Animal-based agriculture has endured a great deal of criticism with regard to its contributions to climate change and its other environmental impacts. But its contributions to a sustainable food system are by no means all bad. In fact, livestock play important roles in sustainable, regenerative agro-food systems.
Animals’ natural biological processes enable them to consume plant and
food residues that are either indigestible by humans, unpalatable to people, or
are no longer sellable for various reasons, all referred to as IUUB
biomass. There are many examples.
One dairy farm receives daily deliveries of apple waste from a processing facility that supplies apple slices for school lunches. Another local dairy gets three truckloads of vegetable and fruit discards, along with expired bread products, each week. No longer useful for consumers, these foodstuffs become feed for cattle rather than going to a landfill. Even the booming market for plant-based foods like artificial meat for consumers has generated a surge of processing byproducts that can be consumed by livestock.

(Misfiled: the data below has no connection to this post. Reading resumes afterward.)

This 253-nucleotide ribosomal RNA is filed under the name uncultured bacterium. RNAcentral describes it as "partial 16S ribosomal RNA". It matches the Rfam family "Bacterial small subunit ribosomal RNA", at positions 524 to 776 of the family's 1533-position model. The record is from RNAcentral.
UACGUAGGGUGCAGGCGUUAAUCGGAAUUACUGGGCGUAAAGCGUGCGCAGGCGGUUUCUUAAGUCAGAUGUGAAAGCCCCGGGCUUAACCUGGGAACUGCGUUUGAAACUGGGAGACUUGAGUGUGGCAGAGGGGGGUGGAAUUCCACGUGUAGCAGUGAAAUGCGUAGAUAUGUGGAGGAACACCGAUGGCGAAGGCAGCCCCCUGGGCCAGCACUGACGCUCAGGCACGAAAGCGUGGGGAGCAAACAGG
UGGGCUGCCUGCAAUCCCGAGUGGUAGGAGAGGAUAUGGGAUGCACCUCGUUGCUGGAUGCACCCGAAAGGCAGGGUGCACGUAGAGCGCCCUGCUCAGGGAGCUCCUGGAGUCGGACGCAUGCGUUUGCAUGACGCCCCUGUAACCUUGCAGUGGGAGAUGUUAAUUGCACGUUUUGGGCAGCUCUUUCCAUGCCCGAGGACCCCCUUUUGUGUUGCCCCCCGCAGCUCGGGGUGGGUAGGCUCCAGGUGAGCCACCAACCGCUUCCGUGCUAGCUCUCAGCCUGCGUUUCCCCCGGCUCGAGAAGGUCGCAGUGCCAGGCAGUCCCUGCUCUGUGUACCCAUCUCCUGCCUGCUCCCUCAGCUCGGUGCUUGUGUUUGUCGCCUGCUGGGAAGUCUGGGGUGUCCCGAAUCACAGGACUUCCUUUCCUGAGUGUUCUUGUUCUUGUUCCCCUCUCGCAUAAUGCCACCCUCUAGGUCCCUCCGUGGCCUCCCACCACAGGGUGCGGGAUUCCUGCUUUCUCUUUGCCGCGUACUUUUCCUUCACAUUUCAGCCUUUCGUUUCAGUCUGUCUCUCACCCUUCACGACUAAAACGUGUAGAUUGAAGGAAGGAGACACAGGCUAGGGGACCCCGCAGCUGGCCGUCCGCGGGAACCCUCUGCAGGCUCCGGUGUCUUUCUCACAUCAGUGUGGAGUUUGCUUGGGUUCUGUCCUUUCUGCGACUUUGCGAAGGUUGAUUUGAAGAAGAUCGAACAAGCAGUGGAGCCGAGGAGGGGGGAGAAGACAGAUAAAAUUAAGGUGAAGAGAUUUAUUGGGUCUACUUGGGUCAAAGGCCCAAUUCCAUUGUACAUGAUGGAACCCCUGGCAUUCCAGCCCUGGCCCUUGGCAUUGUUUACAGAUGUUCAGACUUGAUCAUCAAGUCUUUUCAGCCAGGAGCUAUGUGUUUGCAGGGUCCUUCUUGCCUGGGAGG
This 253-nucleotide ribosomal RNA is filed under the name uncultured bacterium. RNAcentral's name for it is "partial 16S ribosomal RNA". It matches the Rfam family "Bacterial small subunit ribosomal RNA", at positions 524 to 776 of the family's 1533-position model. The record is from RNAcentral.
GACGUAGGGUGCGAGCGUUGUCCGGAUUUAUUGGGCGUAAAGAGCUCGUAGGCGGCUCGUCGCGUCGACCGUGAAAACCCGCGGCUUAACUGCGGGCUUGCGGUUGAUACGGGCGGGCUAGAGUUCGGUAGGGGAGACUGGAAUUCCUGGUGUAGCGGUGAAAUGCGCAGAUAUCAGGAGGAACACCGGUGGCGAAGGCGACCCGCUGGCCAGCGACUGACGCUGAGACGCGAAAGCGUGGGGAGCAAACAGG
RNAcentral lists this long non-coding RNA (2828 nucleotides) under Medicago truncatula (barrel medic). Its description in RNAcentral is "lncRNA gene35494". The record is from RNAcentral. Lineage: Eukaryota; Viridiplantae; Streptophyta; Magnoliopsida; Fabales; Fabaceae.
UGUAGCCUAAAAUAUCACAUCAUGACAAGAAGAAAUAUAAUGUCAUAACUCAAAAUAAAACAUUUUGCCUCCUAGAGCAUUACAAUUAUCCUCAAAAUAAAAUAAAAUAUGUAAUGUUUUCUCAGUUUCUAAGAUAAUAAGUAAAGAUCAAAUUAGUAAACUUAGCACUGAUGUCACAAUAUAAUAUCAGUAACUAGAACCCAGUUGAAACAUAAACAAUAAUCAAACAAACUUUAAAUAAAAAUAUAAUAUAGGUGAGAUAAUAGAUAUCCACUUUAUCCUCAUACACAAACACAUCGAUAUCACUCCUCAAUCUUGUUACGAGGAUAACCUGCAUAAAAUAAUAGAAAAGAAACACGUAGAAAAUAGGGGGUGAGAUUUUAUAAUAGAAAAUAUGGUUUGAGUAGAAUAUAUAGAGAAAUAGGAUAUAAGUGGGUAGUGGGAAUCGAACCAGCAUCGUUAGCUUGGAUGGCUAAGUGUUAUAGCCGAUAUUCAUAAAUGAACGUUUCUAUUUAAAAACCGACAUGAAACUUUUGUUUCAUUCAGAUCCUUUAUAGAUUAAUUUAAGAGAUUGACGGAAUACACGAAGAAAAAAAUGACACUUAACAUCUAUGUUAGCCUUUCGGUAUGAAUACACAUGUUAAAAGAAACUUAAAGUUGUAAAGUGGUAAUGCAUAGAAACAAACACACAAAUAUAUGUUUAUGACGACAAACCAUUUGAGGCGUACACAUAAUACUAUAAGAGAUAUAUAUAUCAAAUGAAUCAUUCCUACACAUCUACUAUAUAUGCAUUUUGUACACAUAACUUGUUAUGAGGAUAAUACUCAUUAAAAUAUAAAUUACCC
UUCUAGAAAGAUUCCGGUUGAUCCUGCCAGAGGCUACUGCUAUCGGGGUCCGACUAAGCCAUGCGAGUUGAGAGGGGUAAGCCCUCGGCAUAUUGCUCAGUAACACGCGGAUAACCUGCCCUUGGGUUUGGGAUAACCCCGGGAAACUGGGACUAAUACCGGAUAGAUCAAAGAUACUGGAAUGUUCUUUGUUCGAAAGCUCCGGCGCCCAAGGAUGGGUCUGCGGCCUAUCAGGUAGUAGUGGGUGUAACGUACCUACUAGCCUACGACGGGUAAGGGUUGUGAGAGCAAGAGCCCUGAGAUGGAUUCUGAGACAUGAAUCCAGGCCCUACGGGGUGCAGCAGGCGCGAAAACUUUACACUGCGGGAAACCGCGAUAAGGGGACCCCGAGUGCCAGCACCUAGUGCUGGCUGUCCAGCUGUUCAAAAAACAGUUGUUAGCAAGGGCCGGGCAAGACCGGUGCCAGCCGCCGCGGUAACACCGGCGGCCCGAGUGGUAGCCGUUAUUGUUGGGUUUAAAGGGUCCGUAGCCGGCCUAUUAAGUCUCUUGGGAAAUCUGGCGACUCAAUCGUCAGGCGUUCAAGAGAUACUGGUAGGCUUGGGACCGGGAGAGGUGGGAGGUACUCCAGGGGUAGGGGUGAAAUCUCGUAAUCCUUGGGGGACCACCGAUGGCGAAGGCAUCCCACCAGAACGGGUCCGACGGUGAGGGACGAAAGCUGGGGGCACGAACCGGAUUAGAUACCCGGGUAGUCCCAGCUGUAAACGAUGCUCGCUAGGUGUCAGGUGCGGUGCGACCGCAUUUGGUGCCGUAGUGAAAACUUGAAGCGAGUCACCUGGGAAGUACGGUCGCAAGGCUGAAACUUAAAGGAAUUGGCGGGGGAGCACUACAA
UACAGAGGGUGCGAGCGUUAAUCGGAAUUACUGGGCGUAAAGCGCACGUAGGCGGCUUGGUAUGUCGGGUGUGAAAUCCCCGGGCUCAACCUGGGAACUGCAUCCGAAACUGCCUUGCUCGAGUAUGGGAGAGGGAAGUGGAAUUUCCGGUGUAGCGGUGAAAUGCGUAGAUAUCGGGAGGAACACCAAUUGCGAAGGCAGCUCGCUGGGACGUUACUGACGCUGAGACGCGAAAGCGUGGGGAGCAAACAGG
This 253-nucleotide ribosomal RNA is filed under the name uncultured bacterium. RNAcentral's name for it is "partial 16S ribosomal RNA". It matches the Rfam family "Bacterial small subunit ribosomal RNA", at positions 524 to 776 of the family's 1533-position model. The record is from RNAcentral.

On a national scale, livestock are consuming millions of pounds of
otherwise unusable IUUB created in the production of products like soybean and
canola oils, orange juice, ethanol, and more.
While the livestock industry needs to keep working to minimize its
environmental impact and there are many reasons to eat less meat, livestock
farming is an integral part of our agro-food systems. Farmers are embracing techniques to produce
meat, milk and eggs as efficiently and sustainably as possible, minimizing
agriculture’s climate-contributing footprint in the process.
Photo, posted May 11, 2019, courtesy of Theo Stikkelman via Flickr.
This content was originally published here.